Season with Seablite

Seablite (also called Southern Seablite) is a type of Amaranth, native to all states of Australia except the Northern Territory. The leaves can be used as a vegetable and pickled. It thrives in saltmarshes and other saline conditions around the country.

This plant can be found growing wild around much of South Australia’s coastline and estuarine salt marshes. The leaves will impart a pleasant, salty flavour to a dish and in small quantities make a nice addition to a salad. Seablite can be cooked with other vegetables to enhance flavour and add a natural saltiness.

They go well in salads or as garnishes for other savoury meals. As a cooked vegetable, they bear resemblance to young bean shoots in texture. Seablite is also a delightful bush food for pickling.

Seablite | Warndu Australian Bush Tucker © Warndu Pty Ltd. Photographs by Luisa Brimble.

  Common Name: Seablite

  Scientific or Latin Name: Suaeda australis

  Comparison: Crisp, juicy and salty

  Seasonality: All year fresh

  Region: Arid

◎  Taste Profile: Eaten fresh, the edible leaves are pleasantly salty with a light, crunchy texture.

◎  Types: Suaeda is a genus of plants also known as seepweeds and sea-blites. Most species are confined to saline or alkaline soil habitats, such as coastal salt-flats and tidal wetlands.vThere are about 110 species in the genus Suaeda.


  • Seablite enhances the flavour of other dishes with its saltiness, and can be used a replacement for salt in flavouring.
  • They can be pickled for year-round use.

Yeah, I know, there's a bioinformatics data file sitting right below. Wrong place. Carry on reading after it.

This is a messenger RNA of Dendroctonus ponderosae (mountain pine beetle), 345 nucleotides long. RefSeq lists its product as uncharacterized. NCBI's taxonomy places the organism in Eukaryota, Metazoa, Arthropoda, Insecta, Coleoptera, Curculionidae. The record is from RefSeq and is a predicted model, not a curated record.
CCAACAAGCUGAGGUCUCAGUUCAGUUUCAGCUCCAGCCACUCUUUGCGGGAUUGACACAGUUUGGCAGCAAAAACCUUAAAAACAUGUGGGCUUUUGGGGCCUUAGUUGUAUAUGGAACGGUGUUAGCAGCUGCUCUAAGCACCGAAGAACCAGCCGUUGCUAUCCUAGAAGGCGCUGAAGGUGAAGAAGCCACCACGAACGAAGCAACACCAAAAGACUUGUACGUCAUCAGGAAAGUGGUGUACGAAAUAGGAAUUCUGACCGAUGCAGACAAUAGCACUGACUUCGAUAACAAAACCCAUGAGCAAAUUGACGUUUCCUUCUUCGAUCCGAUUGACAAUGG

• Seablite makes an excellent garnish on salads and savoury meals.

Traditional Aboriginal Food and Uses

Despite the unappetising name, Seablite leaves are pleasantly salty with a light, crunchy texture — early settlers used it as a vegetable and pickle.

Western & Modern

Seablite can be eaten raw, blanched or fried. Because of its high salt content, this herb can also be used as seasoning in a salad or for the preparation of other vegetables. It is often combined with samphire. The younger shoots can be marinated in vinegar and then made into a delicious relish.

Leaves and stems refreshing to quite salty, depending on where collected and when, but can be eaten raw or cooked, sometimes requires a change of boiling water. It is absolutely excellent boiled. Boiled first-year tips are delicious and if known better would lead to the plant’s extinction. It can be used as a flavouring for other foods, and the seeds can be ground into mush or used to make bread.

The ashes of the plant provide a soda that is used in making glass and soap.



There are no known medicinal uses for this plant.



    Note: The term 'Bush Tucker' and 'Bush Food' are not Warndu's preferred terms for Australian Native Ingredients or Australian Botanicals.

    Images: © Luisa Brimble